AI has been instrumental in aiding the Pentagon-established Security Assistance Group-Ukraine in coordinating logistics to support military contributions from a consortium of 40 nations, Pentagon officials assert.

To gain the upper hand on the battleground in modern times, military divisions must be lean, inconspicuous, and agile as advancing sensor networks enable constant global visibility at any given time,” Gen. Mark Milley, the former Joint Chiefs chairman, remarked during a June address. “And that which you can see, you can target.”

To better integrate combatants, the Pentagon is pushing the development of comprehensive battle networks—dubbed Joint All-Domain Command and Control—to automate data processing including optical, infrared, and radar from various military branches. Nonetheless, the task is herculean and riddled with red tape.

Christian Brose, once the director of staff for the Senate Armed Services Committee and now with the defense technology company Anduril, is optimistic despite military reform challenges.

“The discussion may no longer be focused on the validity of this approach, but rather on how to execute it swiftly and efficiently,” he commented. In his 2020 book, “The Kill Chain,” Brose champions the immediate overhaul to keep up with China in the race to deploy more sophisticated and cost-effective networked weaponry systems.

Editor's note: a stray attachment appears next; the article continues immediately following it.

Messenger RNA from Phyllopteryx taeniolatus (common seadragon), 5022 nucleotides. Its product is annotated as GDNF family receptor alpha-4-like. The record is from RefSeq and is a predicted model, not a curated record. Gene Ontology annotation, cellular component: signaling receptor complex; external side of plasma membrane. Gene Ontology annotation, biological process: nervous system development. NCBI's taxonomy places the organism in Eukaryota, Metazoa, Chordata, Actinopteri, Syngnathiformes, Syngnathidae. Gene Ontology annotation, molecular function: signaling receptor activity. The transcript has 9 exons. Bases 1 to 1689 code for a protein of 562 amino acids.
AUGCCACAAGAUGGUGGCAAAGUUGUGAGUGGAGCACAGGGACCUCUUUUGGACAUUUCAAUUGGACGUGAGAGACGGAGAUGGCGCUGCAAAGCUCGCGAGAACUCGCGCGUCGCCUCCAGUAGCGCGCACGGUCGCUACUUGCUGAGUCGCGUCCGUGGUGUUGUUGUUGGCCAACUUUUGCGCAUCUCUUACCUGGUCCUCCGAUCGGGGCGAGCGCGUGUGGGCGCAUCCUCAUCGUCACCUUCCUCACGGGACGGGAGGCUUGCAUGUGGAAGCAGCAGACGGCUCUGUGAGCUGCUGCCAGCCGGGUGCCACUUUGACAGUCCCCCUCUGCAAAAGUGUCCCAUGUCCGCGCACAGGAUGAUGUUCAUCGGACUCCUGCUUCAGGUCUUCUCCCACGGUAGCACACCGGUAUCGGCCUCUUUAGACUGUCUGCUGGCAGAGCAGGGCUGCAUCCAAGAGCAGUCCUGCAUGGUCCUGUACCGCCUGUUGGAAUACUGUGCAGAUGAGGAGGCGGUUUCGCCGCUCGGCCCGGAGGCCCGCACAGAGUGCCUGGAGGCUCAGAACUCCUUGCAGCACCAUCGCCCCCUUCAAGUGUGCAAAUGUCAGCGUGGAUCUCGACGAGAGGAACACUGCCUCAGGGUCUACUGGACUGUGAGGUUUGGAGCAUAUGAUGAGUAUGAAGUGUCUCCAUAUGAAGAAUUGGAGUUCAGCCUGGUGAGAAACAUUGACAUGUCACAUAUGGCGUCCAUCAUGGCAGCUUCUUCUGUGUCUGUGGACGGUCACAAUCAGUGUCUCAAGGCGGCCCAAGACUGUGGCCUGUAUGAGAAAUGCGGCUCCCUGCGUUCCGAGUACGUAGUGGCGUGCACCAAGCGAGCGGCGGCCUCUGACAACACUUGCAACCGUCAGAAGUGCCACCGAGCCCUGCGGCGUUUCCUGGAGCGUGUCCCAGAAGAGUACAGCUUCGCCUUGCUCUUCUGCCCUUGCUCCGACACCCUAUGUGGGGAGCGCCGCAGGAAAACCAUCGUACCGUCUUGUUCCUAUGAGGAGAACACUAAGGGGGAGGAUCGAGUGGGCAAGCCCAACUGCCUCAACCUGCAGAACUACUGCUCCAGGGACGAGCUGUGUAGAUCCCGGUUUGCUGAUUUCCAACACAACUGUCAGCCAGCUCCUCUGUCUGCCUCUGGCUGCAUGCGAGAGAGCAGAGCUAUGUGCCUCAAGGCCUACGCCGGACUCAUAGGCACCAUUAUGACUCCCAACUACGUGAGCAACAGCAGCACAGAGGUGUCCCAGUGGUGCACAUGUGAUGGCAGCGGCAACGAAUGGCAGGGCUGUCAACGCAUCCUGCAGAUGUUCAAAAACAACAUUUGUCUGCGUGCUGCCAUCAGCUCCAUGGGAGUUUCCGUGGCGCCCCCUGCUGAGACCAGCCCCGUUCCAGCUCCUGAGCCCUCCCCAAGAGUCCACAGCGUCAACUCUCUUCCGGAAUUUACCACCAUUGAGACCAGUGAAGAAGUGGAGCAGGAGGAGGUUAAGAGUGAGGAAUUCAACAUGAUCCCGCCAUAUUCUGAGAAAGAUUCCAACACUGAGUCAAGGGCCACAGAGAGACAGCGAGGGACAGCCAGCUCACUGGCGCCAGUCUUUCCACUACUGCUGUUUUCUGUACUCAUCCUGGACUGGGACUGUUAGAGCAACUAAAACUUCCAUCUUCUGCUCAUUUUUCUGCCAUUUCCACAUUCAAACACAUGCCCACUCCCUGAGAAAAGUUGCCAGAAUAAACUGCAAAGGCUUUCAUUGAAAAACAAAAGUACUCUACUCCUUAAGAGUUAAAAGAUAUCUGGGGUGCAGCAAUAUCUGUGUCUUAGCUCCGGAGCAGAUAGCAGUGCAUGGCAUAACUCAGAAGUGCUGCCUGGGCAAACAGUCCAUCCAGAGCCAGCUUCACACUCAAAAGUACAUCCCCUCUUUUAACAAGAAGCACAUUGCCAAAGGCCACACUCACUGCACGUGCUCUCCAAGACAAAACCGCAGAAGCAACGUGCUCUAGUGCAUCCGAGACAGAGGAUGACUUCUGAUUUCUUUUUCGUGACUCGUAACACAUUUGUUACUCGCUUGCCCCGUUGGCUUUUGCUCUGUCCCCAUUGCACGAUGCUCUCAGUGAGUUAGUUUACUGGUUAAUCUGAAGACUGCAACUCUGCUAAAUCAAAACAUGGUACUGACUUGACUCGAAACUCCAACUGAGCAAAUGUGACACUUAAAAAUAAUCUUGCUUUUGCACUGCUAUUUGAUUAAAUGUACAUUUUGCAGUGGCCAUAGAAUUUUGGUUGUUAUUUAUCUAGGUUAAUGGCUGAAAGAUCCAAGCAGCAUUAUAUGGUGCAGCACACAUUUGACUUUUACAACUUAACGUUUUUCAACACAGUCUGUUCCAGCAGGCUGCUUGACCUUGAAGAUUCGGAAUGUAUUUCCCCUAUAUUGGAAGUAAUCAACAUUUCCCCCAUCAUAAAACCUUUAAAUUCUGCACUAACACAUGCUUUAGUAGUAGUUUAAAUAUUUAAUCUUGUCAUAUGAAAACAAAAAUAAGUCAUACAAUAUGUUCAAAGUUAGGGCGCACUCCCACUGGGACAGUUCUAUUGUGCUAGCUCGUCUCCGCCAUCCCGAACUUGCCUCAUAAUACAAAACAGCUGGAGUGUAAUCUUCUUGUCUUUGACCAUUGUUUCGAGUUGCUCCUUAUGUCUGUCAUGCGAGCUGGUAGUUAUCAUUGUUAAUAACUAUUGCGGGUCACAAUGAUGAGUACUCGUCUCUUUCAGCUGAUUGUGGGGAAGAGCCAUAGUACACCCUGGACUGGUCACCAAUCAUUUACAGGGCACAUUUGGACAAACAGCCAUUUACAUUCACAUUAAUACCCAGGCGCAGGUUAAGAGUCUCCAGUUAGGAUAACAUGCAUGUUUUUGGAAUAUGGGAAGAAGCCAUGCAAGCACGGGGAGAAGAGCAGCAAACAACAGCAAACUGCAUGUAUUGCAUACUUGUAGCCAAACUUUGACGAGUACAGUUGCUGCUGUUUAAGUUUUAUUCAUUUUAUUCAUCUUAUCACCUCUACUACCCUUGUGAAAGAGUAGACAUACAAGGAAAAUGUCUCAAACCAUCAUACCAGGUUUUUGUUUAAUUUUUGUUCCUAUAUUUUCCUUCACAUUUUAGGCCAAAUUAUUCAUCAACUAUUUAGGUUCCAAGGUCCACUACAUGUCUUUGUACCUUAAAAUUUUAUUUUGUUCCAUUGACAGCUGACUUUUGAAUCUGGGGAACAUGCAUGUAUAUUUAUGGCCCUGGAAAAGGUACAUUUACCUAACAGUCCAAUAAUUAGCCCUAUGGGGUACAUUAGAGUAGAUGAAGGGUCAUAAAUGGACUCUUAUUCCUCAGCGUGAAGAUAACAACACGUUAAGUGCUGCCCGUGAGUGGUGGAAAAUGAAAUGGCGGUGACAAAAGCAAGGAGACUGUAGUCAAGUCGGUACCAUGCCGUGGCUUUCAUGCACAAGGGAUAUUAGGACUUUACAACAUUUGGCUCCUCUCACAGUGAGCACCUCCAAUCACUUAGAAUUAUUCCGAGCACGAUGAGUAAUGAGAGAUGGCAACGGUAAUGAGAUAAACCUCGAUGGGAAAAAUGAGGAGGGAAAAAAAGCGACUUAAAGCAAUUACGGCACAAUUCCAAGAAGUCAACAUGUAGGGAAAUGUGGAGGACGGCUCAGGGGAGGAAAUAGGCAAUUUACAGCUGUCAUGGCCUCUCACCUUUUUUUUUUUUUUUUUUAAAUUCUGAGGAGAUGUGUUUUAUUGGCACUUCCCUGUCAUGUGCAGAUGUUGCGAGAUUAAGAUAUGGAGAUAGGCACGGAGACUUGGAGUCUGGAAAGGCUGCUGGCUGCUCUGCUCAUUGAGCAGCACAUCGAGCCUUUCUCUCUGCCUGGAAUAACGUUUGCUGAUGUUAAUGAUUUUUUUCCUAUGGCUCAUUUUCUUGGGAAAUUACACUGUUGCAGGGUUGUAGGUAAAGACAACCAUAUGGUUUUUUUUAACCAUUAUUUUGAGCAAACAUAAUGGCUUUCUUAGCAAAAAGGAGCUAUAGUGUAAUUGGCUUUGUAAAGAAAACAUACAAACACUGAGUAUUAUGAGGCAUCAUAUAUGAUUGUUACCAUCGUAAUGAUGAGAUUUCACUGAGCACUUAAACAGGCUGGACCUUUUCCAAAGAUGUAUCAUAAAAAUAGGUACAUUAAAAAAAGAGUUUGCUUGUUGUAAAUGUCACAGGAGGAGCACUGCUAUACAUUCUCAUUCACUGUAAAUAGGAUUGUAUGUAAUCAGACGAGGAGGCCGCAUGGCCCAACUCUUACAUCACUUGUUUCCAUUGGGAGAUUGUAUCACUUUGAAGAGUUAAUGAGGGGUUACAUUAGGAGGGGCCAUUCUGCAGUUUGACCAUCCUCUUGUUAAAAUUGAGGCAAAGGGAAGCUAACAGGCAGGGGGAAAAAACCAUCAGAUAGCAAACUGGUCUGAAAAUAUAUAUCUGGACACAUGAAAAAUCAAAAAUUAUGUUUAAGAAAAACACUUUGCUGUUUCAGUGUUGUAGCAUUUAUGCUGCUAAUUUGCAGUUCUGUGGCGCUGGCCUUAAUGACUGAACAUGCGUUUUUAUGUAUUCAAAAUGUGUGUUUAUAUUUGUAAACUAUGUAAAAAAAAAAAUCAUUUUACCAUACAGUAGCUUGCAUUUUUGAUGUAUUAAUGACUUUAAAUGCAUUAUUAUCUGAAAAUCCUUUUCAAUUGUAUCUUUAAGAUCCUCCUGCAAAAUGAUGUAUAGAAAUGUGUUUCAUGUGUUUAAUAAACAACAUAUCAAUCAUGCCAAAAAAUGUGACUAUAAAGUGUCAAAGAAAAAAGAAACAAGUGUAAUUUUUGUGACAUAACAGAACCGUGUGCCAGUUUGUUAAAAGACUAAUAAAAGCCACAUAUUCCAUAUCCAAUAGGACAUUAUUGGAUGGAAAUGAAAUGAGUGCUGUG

With this objective, U.S. forces are forging paths in “human-computer collaboration.” Numerous autonomous aerial and maritime vehicles are currently monitoring Iranian movements. U.S. Marines and Special Forces also employ Anduril’s autonomous Ghost drones, sensor towers, and anti-drone equipment to safeguard American troops.

Essential strides in computerized visual recognition have enabled drones to operate without GPS, communication links, or even external pilots. This is vital to the design of its Nova, a quadcopter, utilized by U.S. special operation units for reconnaissance in conflicted regions.

Looking ahead, the Air Force’s “loyal wingman” initiative envisages teaming manned aircraft with their autonomous counterparts. An F-16 pilot might deploy drones to conduct reconnaissance, draw adversarial fire, or engage in the offensive. Air Force commanders expect this program to launch later in the decade.

The timetable for the “loyal wingman” doesn’t align seamlessly with Replicator’s, which many deem too optimistic. Meanwhile, the Pentagon’s non-committal stance concerning Replicator may partly aim to maintain adversary uncertainty, though decision-makers might also still

Exploring potential possibilities concerning functions and strategic intents, remarked Paul Scharre, an expert in military artificial intelligence and writer of “Four Battlegrounds.”

Companies such as Anduril and Shield AI, both bolstered by substantial sums of venture capital, compete for governmental contracts.